Musicians share experiences of living and working in the Heights
Cleveland Heights is known as “Home to the Arts,” and six Heights musicians took part in a recent panel event, "Welcome Home: Heights Musicians," to recount their experiences as musicians who live, and often work, in the Heights community.
Organized by FutureHeights, Reaching Heights and Friends of Heights Libraries, the event took place on May 19 at Rockefeller’s, the restaurant and bar located in the historic Rockefeller Building on Mayfield Road.
The musicians represented a variety of musical styles, ranging from classical to folk, and gospel to “newgrass.” Two of the musicians play with the Cleveland Orchestra: Beth Woodside, a violinist who has been with the orchestra since 1992; and Scott Haigh, who plays stand-up bass, and joined the orchestra back in 1978. Panelist Charlie Mosbrook is a folk singer-songwriter who has been on the Cleveland music scene for decades, and has so far released 11 CDs over the course of his career. Brendan O’Malley plays mandolin and sings with the newgrass band Honeybucket; and Willie J. Wright is a vocalist with the Wright Family Singers, a 10-member vocal group established in 1978, that performs gospel and spiritual music. David Budin, a Cleveland Heights writer and musician who plays guitar and sings with the band Long Road, served as the moderator for the event.
Three of the panelists—Mosbrook, O’Malley and Wright, as well as moderator Budin—grew up in the Heights. They all talked about how Heights schools influenced their musical passions.
“I was always exposed to a lot of different music when I was in school,” O’Malley said. Mosbrook noted that he started taking drum lessons when he was in fifth grade at Fairfax Elementary School and then got involved with the school choir when he went to high school. Wright recalled that he was in the sixth-grade choir when he attended Boulevard Elementary School, and said, “All the way through high school the teachers really lit the fire and set the passion for music.”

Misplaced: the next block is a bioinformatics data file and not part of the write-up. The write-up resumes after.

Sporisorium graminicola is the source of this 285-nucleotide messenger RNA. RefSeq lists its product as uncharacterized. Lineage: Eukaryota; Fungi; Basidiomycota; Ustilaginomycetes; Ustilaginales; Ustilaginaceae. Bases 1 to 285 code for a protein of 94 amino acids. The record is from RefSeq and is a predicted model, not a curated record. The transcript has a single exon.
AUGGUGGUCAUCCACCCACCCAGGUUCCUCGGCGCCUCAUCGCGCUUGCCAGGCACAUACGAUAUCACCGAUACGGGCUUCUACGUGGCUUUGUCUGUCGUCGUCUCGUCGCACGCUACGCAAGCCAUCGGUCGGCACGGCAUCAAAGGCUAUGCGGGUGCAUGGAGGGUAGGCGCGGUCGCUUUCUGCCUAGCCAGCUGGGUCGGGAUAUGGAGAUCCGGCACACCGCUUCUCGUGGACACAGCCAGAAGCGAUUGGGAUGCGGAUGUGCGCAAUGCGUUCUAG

All three spoke of the influence that the Heights, in general, has had on their love of music. “Cleveland Heights has always been this bastion of artistry and music,” Wright said. “I loved hanging out on Coventry and going to the Coventry Street Fair. There has always been so much energy there on Coventry.”
O’Malley said that, when he was growing up, his parents always took him to see music in the area, and he recalled attending shows at the Grog Shop on Coventry, the Barking Spider in University Circle, Cain Park and the Hessler Street Fair.
Neither Woodside nor Haigh grew up in Greater Cleveland, but both moved to the Heights after joining the orchestra. “I love Cleveland Heights,” said Woodside, who was born in Rochester, N.Y. “It’s really wonderful raising my two daughters here. You walk into a coffee shop, and you hear music. And there are so many opportunities for children to sing in choirs at the schools and at the churches.”
Haigh, who grew up in Illinois, added, “There’s a real concentration of artistic diversity here. It’s an interesting and vital community. It’s not the kind of community with mega-malls and mansions that were built five years ago!”
In addition to his own music, Mosbrook is known for the open-mic sessions that he runs every Monday night at Phoenix Coffee on Coventry Road. He first started doing open mics about 25 years ago, when he worked at Arabica Coffee on Coventry.
This past February, Wright formed a community choir called Ties That Bind. It’s open to all cultures and all denominations, and rehearsals are held on the second and fourth Monday of each month, 7–8:30 p.m., at the Heights Christian Church on Van Aken Boulevard in Shaker Heights.
After the panel discussion, the audience asked the musicians questions. Then, Wright sang an a-cappella version of “Forever Me with Love,” followed by Mosbrook and O’Malley performing “I Will Be Coming Home to You,” with Mosbrook on guitar and O’Malley on mandolin.
The "Welcome Home: Heights Musicians" event was the third in an ongoing series of community panel discussions featuring some of the creative people who live and work in Cleveland Heights and University Heights.
James Henke, a Cleveland Heights resident, was a writer and editor at Rolling Stone magazine for 15 years. He is also the author of several books, including biographies of Jim Morrison, John Lennon and Bob Marley.